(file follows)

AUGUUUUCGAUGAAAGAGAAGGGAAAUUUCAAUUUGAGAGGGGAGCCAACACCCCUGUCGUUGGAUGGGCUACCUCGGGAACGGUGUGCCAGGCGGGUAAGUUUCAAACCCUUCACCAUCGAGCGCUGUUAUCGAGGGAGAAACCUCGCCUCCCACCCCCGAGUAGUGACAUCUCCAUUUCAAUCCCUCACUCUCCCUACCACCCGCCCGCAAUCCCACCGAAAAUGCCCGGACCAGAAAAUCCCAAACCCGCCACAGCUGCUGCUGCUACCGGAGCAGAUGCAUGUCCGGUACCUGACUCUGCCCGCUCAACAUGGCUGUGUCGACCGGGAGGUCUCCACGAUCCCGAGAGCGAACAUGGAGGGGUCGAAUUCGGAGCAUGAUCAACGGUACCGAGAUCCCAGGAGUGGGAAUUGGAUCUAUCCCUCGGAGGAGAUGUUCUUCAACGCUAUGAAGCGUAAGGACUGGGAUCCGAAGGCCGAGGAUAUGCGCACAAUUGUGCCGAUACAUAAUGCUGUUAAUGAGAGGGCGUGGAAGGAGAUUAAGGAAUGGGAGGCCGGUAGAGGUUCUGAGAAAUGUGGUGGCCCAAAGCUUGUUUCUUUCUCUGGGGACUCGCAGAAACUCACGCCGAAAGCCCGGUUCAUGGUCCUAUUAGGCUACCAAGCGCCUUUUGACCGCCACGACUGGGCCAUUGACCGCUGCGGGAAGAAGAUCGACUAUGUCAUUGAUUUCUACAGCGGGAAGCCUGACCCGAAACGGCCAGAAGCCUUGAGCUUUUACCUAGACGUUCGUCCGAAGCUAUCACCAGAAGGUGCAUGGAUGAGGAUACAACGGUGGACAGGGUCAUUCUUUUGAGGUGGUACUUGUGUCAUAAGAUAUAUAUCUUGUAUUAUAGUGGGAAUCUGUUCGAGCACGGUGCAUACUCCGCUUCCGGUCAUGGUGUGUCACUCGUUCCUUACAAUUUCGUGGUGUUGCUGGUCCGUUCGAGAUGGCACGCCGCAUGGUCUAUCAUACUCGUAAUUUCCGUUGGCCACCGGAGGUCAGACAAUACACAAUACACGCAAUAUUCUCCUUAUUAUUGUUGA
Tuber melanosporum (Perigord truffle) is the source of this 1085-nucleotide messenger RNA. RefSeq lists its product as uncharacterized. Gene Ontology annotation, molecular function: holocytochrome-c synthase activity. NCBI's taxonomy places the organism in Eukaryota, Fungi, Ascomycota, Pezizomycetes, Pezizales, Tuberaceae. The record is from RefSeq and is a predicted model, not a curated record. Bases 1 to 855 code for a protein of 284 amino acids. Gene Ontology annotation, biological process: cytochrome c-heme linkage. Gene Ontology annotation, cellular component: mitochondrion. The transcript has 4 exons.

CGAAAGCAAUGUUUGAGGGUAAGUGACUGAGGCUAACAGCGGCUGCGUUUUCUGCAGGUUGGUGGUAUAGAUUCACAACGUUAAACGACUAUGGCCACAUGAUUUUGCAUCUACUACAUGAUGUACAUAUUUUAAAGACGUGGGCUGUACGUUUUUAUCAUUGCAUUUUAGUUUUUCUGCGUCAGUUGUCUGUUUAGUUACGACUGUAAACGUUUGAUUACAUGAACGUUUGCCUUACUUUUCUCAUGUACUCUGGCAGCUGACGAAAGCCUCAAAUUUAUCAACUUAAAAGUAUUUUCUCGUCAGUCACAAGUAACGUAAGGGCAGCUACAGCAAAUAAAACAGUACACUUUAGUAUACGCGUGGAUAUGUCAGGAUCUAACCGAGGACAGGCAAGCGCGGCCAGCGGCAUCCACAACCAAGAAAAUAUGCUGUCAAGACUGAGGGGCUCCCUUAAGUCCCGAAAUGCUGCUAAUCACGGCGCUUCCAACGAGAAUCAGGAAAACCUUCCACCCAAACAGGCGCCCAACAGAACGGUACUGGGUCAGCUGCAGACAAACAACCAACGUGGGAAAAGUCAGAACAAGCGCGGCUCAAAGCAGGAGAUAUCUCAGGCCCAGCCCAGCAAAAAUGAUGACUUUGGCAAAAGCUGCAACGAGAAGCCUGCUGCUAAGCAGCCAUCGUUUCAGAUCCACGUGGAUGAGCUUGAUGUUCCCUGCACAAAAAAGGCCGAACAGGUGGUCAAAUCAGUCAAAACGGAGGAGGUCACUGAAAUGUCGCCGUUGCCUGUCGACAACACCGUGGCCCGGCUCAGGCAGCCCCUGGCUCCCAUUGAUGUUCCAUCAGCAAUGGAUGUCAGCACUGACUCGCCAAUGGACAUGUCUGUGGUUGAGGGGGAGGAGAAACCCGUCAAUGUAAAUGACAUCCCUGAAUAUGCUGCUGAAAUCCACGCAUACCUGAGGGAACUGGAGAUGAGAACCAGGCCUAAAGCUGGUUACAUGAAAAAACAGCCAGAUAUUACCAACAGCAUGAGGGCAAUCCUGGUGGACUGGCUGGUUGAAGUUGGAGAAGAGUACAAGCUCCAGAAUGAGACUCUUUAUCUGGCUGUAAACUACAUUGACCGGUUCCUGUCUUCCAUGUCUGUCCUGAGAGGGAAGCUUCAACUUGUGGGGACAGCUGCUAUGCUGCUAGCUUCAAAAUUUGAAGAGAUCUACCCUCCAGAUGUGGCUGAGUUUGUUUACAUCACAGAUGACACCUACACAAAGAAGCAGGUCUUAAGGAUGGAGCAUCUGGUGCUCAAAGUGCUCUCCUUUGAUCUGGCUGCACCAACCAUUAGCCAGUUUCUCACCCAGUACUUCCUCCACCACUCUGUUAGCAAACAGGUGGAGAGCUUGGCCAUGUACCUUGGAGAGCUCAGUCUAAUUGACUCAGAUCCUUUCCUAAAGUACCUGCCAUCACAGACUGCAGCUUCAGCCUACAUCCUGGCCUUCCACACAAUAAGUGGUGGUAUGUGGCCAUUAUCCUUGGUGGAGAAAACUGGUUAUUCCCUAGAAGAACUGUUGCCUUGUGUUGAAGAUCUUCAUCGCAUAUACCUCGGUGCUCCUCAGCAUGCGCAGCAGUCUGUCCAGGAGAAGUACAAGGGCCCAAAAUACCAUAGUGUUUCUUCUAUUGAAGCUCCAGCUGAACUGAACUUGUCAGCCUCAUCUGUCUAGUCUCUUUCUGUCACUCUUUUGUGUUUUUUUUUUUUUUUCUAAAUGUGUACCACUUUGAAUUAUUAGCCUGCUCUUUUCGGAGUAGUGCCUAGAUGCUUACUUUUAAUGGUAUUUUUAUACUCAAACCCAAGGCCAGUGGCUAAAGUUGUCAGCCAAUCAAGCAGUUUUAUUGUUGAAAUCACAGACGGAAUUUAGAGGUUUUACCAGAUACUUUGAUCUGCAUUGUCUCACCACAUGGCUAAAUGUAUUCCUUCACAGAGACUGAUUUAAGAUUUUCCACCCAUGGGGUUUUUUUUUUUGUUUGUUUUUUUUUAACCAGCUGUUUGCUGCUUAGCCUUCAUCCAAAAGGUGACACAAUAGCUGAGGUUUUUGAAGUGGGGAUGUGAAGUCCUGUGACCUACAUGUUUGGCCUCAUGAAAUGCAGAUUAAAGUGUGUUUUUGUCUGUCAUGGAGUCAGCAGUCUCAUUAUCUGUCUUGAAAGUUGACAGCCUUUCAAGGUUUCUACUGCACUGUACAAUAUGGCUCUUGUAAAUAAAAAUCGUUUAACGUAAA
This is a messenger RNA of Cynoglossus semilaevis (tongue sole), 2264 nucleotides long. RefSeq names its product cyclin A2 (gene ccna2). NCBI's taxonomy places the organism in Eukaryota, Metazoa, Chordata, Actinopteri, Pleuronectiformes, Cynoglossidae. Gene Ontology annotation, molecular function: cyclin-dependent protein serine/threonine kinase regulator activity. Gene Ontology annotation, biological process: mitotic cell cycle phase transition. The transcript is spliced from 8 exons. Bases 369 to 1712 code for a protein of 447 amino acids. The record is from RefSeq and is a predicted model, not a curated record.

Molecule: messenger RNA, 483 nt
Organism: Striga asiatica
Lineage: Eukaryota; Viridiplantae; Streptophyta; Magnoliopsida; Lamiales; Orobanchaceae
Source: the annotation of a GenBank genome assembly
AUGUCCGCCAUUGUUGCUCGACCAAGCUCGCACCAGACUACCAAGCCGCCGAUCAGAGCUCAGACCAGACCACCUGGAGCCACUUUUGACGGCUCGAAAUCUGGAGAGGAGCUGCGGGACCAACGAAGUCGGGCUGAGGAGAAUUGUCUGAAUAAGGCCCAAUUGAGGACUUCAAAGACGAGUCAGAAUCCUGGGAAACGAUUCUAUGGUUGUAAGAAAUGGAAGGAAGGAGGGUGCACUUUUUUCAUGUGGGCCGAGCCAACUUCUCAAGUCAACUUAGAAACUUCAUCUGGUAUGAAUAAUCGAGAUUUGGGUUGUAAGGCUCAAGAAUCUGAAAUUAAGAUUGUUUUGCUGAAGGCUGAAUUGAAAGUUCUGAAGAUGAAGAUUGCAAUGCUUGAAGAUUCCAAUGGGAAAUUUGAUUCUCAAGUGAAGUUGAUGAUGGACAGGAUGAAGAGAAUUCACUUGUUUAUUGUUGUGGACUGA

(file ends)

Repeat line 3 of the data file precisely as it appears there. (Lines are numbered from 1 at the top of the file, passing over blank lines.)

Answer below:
CGAAAGCAAUGUUUGAGGGUAAGUGACUGAGGCUAACAGCGGCUGCGUUUUCUGCAGGUUGGUGGUAUAGAUUCACAACGUUAAACGACUAUGGCCACAUGAUUUUGCAUCUACUACAUGAUGUACAUAUUUUAAAGACGUGGGCUGUACGUUUUUAUCAUUGCAUUUUAGUUUUUCUGCGUCAGUUGUCUGUUUAGUUACGACUGUAAACGUUUGAUUACAUGAACGUUUGCCUUACUUUUCUCAUGUACUCUGGCAGCUGACGAAAGCCUCAAAUUUAUCAACUUAAAAGUAUUUUCUCGUCAGUCACAAGUAACGUAAGGGCAGCUACAGCAAAUAAAACAGUACACUUUAGUAUACGCGUGGAUAUGUCAGGAUCUAACCGAGGACAGGCAAGCGCGGCCAGCGGCAUCCACAACCAAGAAAAUAUGCUGUCAAGACUGAGGGGCUCCCUUAAGUCCCGAAAUGCUGCUAAUCACGGCGCUUCCAACGAGAAUCAGGAAAACCUUCCACCCAAACAGGCGCCCAACAGAACGGUACUGGGUCAGCUGCAGACAAACAACCAACGUGGGAAAAGUCAGAACAAGCGCGGCUCAAAGCAGGAGAUAUCUCAGGCCCAGCCCAGCAAAAAUGAUGACUUUGGCAAAAGCUGCAACGAGAAGCCUGCUGCUAAGCAGCCAUCGUUUCAGAUCCACGUGGAUGAGCUUGAUGUUCCCUGCACAAAAAAGGCCGAACAGGUGGUCAAAUCAGUCAAAACGGAGGAGGUCACUGAAAUGUCGCCGUUGCCUGUCGACAACACCGUGGCCCGGCUCAGGCAGCCCCUGGCUCCCAUUGAUGUUCCAUCAGCAAUGGAUGUCAGCACUGACUCGCCAAUGGACAUGUCUGUGGUUGAGGGGGAGGAGAAACCCGUCAAUGUAAAUGACAUCCCUGAAUAUGCUGCUGAAAUCCACGCAUACCUGAGGGAACUGGAGAUGAGAACCAGGCCUAAAGCUGGUUACAUGAAAAAACAGCCAGAUAUUACCAACAGCAUGAGGGCAAUCCUGGUGGACUGGCUGGUUGAAGUUGGAGAAGAGUACAAGCUCCAGAAUGAGACUCUUUAUCUGGCUGUAAACUACAUUGACCGGUUCCUGUCUUCCAUGUCUGUCCUGAGAGGGAAGCUUCAACUUGUGGGGACAGCUGCUAUGCUGCUAGCUUCAAAAUUUGAAGAGAUCUACCCUCCAGAUGUGGCUGAGUUUGUUUACAUCACAGAUGACACCUACACAAAGAAGCAGGUCUUAAGGAUGGAGCAUCUGGUGCUCAAAGUGCUCUCCUUUGAUCUGGCUGCACCAACCAUUAGCCAGUUUCUCACCCAGUACUUCCUCCACCACUCUGUUAGCAAACAGGUGGAGAGCUUGGCCAUGUACCUUGGAGAGCUCAGUCUAAUUGACUCAGAUCCUUUCCUAAAGUACCUGCCAUCACAGACUGCAGCUUCAGCCUACAUCCUGGCCUUCCACACAAUAAGUGGUGGUAUGUGGCCAUUAUCCUUGGUGGAGAAAACUGGUUAUUCCCUAGAAGAACUGUUGCCUUGUGUUGAAGAUCUUCAUCGCAUAUACCUCGGUGCUCCUCAGCAUGCGCAGCAGUCUGUCCAGGAGAAGUACAAGGGCCCAAAAUACCAUAGUGUUUCUUCUAUUGAAGCUCCAGCUGAACUGAACUUGUCAGCCUCAUCUGUCUAGUCUCUUUCUGUCACUCUUUUGUGUUUUUUUUUUUUUUUCUAAAUGUGUACCACUUUGAAUUAUUAGCCUGCUCUUUUCGGAGUAGUGCCUAGAUGCUUACUUUUAAUGGUAUUUUUAUACUCAAACCCAAGGCCAGUGGCUAAAGUUGUCAGCCAAUCAAGCAGUUUUAUUGUUGAAAUCACAGACGGAAUUUAGAGGUUUUACCAGAUACUUUGAUCUGCAUUGUCUCACCACAUGGCUAAAUGUAUUCCUUCACAGAGACUGAUUUAAGAUUUUCCACCCAUGGGGUUUUUUUUUUUGUUUGUUUUUUUUUAACCAGCUGUUUGCUGCUUAGCCUUCAUCCAAAAGGUGACACAAUAGCUGAGGUUUUUGAAGUGGGGAUGUGAAGUCCUGUGACCUACAUGUUUGGCCUCAUGAAAUGCAGAUUAAAGUGUGUUUUUGUCUGUCAUGGAGUCAGCAGUCUCAUUAUCUGUCUUGAAAGUUGACAGCCUUUCAAGGUUUCUACUGCACUGUACAAUAUGGCUCUUGUAAAUAAAAAUCGUUUAACGUAAA